The temperature of an object is not simply equal to that object’s internal energy divided by that object’s mass. It is true however that for different objects, the temperature of the objects will depend on their ratios of internal energy to mass. The temperature of objects is proportional to their ratios of internal energy to their mass.
Objects that can heat and cool each other (because they are touching each other for example) are said to be in thermal contact with each other.
Heating and cooling are terms that refer to the flow of internal energy between objects in thermal contact with each other.
Energy can both flow into and out of an object at the same time. If the amount of energy flowing into an object is equal to the amount of energy flowing out of that object, then the heating and the cooling of the object are equal to each other. When the heating and cooling of an object are equal to each other, then an object’s temperature does not change. An object with an unchanging temperature is said to be in thermal equilibrium.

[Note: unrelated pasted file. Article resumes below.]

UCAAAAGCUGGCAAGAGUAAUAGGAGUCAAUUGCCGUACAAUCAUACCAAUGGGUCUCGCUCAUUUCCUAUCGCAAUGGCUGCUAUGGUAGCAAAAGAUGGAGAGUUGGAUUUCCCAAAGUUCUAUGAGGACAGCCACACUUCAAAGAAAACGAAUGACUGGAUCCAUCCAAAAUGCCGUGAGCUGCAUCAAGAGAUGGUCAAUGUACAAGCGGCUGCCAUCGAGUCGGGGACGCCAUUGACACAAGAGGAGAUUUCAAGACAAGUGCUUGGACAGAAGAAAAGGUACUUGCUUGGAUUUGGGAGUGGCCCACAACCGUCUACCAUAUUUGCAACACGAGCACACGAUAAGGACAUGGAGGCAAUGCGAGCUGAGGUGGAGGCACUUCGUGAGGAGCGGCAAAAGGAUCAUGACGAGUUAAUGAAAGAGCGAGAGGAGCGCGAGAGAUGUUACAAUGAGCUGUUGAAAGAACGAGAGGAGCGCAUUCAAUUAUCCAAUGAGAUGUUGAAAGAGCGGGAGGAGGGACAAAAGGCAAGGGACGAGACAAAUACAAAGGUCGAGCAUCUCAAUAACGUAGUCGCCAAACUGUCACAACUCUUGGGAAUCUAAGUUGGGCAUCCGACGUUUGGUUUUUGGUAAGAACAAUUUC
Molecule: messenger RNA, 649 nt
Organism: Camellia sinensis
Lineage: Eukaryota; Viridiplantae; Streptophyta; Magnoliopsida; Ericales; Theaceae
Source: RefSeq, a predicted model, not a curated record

An object is in thermal equilibrium if it is heated and cooled at the same rate, and so maintains a constant temperature.
The heating of an object can increase and the object can continue to be in thermal equilibrium. If an object increases how much it is cooling by an amount equal to the amount by which its heating increases, then its temperature does not change. We can illustrate this concept by considering a flow of water rather than a flow of energy, as shown in Figure 2.